Now well into the 1800's, coffee had become a commodity traded around the world and everyone was looking into new ways to make money from it. The Arbuckle brothers struck gold when they began selling pre-roasted bags of coffee by the pound, and it's been that way ever since.
After another 150 years or so, the trend of specialty coffee began to kick in and the first Starbucks was opened in Seattle in 1971. And now today, we are seeing new mom and pop, fair-trade, boutique coffee shops opening on every other street corner serving specialty coffee roasts.
Origins and Economic Impact
Now that we know the popular origin story of coffee, we can look at how it was spread throughout the world. Here's a quick timeline of coffee's travel:
Planted in India, Java, and Sri Lanka by the Dutch in late 17th Century
Coffee becomes mainstream in America due to the Boston Tea Party (1773)
Coffee consumption doubles in the years between 1970 and 2013
Such a popular drink isn't grown everywhere though. Almost ⅓ of coffee grown is consumed by the countries that create them, and the rest is shipped globally (the United States is the largest importer). While there are a good amount of countries that do grow coffee, most of it comes from only four countries:
Coffee is a massive industry that is a foundation of many countries' economies. For example, coffee production and shipping accounts for 60% of Burundi's economy, and in Honduras' case it makes up 25% (it's unclear when this data was pulled, so in I'll just point at that in 2015, coffee actually only made up 12% of Honduras' economy).
Similar to many cryptocurrencies, coffee prices are constantly changing though not as dramatically. These prices have ripple effects on coffee farmers and global economies that depend on coffee to provide a large chunk of their GDP.
While coffee can pass through a slew of trading and roasting companies, it is mostly controlled by just four companies (sensing a pattern here):
And even though the value of the coffee industry increased in 2011 by 17%, coffee farmers have historically been hit pretty hard. Like during the coffee crisis of 1994 to 2004 when farmers received, on average, 2% on the price of a cup of coffee sold. And then in the span of 2 years, the price of coffee went from an all-time high of $3 per pound in 2011 to a little over a $1 in 2013, farmers were hit hard. Like any sort of farming (and economy in general), product prices are constantly changing, with no good way to prepare for the future besides doing what you always do.
The Role of Fair-Trade Coffee
After the collapse of coffee prices in 1980, Fair-trade coffee was coined by Dutch agency Solidaridad. In 1962, the International Coffee Agreement and other countries came together and tried to enact some reasonable balance between supply in demand. Turns out, they didn't do a very good job and caused the collapse in 1989.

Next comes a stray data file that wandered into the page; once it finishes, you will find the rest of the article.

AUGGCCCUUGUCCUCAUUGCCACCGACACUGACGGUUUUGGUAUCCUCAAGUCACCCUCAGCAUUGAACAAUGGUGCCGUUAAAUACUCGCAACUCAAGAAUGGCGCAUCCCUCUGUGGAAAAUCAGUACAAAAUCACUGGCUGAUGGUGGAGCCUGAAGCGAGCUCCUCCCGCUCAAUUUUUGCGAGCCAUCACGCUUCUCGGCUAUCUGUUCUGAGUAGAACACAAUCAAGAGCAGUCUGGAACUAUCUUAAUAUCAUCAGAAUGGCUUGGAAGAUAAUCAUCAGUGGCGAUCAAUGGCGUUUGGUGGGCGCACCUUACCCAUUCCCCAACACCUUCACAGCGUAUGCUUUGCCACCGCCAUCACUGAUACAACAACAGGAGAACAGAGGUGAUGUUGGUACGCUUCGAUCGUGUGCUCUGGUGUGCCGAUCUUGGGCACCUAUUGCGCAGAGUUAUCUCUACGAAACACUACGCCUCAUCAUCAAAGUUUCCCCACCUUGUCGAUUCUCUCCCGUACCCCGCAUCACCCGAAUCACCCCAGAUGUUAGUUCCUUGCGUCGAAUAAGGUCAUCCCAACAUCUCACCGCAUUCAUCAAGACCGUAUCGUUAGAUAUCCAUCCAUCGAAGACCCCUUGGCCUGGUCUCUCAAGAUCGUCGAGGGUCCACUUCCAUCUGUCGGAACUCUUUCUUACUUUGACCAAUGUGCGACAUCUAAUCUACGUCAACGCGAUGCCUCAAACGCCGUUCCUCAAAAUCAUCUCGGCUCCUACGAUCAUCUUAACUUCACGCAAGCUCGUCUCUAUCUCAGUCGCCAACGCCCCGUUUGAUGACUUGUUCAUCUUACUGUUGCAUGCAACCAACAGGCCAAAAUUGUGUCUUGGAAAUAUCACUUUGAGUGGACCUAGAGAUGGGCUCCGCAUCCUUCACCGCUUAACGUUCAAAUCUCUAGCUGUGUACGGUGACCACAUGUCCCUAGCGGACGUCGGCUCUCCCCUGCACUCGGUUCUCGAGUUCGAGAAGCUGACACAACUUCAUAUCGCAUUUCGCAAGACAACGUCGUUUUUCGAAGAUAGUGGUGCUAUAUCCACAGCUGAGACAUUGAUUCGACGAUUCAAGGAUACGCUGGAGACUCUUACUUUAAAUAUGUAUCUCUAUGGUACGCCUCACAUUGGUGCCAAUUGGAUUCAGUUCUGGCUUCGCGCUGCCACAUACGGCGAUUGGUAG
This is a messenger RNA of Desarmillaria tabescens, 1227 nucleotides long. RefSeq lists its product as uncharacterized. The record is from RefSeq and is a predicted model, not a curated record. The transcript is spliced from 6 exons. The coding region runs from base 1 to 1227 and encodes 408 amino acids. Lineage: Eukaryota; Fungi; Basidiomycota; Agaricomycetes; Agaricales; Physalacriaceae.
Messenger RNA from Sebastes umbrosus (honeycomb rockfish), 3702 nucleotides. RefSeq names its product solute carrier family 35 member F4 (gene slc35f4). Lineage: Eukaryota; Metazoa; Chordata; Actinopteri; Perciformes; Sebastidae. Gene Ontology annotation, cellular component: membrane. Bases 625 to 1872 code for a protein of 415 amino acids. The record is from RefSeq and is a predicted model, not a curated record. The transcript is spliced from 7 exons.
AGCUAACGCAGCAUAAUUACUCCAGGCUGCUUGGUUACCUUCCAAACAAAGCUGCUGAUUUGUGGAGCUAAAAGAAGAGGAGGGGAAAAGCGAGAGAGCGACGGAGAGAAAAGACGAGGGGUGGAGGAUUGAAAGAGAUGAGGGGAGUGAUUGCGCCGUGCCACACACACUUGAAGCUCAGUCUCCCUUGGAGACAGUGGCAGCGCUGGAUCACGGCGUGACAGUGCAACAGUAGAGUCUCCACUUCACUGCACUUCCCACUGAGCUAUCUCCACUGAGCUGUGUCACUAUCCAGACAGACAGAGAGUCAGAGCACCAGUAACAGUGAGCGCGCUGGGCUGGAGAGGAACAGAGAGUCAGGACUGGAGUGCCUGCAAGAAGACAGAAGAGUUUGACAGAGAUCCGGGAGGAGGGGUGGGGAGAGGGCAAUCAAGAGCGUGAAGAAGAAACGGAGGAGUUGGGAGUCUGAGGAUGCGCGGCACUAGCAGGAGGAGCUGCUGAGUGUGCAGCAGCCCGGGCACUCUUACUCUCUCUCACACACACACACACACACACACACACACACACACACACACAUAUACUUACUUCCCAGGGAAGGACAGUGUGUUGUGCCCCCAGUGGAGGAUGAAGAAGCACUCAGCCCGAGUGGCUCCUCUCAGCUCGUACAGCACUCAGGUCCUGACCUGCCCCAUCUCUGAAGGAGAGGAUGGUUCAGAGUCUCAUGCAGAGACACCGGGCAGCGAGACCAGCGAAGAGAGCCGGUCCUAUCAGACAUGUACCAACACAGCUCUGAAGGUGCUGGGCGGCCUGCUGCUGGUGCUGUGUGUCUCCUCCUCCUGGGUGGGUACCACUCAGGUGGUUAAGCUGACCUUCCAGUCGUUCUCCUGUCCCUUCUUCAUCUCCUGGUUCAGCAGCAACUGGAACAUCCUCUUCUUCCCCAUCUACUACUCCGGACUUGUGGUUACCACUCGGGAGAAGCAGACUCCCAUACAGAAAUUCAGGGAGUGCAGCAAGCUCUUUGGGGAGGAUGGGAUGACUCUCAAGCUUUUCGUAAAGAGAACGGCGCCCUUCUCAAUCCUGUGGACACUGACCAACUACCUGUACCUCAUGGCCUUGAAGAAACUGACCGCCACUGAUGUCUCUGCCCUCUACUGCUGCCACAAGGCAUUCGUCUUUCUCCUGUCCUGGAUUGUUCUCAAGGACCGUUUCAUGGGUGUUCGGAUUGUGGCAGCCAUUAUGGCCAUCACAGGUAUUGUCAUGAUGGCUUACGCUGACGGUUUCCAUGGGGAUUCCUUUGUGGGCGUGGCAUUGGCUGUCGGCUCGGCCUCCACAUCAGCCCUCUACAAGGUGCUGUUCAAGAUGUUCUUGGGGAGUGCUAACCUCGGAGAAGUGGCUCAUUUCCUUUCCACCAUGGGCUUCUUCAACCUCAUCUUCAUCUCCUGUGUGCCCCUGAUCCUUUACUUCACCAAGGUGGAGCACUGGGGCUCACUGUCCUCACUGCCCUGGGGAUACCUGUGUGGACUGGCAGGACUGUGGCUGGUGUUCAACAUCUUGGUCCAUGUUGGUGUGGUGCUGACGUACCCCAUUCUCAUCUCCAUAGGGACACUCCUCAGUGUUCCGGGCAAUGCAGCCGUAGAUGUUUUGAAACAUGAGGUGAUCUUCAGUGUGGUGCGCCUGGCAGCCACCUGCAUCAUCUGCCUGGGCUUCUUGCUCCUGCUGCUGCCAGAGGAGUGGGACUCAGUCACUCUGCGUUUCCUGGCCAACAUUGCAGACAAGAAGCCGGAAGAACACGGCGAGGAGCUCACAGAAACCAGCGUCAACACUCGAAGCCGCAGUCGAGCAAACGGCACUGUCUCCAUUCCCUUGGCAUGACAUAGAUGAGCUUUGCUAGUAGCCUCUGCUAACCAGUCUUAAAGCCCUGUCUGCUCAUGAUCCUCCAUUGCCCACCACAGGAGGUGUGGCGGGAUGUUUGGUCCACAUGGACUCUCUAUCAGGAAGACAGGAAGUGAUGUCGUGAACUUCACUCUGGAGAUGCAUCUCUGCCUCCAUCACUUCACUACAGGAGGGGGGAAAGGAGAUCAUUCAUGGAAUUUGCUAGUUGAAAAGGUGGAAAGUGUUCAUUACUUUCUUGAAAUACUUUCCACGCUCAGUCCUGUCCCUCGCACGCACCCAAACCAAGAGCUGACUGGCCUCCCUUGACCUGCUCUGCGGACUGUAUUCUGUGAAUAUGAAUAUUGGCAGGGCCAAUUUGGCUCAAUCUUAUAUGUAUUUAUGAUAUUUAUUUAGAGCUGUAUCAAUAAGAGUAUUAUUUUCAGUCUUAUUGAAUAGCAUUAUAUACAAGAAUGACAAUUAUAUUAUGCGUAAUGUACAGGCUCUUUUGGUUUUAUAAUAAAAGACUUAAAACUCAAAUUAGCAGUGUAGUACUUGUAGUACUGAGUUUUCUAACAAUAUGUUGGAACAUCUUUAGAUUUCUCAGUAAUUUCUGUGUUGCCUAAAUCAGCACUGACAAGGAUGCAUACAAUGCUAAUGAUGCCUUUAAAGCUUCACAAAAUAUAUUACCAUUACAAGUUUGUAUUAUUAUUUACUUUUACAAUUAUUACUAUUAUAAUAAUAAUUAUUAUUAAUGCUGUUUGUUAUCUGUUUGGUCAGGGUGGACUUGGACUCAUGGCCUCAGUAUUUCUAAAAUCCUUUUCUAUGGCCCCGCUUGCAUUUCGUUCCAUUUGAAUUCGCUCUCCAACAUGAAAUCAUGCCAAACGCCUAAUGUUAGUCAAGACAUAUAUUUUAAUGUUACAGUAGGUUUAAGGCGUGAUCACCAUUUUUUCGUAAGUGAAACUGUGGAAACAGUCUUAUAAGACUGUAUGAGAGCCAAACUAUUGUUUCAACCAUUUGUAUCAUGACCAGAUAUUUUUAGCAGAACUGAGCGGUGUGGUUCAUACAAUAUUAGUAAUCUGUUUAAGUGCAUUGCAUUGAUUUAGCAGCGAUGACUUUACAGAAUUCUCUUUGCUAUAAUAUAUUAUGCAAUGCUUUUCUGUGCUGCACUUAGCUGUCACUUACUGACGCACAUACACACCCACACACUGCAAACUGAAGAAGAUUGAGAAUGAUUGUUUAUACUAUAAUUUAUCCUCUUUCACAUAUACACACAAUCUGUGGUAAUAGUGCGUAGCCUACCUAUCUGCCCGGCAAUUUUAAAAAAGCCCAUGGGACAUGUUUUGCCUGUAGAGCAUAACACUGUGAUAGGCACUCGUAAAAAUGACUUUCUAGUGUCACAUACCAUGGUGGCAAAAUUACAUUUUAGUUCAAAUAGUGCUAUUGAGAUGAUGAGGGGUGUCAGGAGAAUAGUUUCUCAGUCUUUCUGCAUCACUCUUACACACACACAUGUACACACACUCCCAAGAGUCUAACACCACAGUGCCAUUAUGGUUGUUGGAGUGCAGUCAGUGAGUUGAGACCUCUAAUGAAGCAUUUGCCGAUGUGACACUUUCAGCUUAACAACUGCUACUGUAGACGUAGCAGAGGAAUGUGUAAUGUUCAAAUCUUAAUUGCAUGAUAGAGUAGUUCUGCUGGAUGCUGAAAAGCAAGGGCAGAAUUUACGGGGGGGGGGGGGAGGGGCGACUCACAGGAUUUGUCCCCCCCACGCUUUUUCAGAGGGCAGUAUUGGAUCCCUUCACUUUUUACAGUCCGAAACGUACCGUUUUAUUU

Dutch supermarkets caused shockwaves when they started selling fair-trade coffee that same year. This fair-trade product was to ensure that coffee workers were treated fairly and had a basic and steady income. Since the price per pound of fair-trade coffee was higher than average, it gave coffee farmers a more reliable income when prices crashed.
Fair-trade farmers are working to provide a sustainable product, meaning it's economically, socially and environmentally beneficial.
While you might be wondering what size 'mocha frap whip latte extra pumpkin (hold the spice) double espresso iced macchiato caffeinated GMO-free bean coffee' to get at Starbucks tomorrow, you probably didn't think about how it came to the store (besides by truck). Here are the 10 steps that your coffee takes before you drink it on your way to work.
Fact: the coffee you think of is actually the seed of a fruit. That seed (as long as it's not roasted), can be planted and grown into a coffee tree. These seeds are usually planted in moist, shaded beds and then relocated for final growth and harvesting. This pre-grow takes place during the wet season so that the soil remains soft but good enough for the roots to take hold.
After three or 4 years, the coffee tree is able to bear fruit. This fruit is actually a cherry that turns bright red when ripe. There is generally one main harvest per year and tends to be extremely labor intensive (unless you're in Columbia where it's been automated and has two harvests per year). Either way, the coffee fruit is harvested in two ways regardless of it being done by hand or machine:
Strip Picked: as it sounds, this method involves stripping the fruit off each branch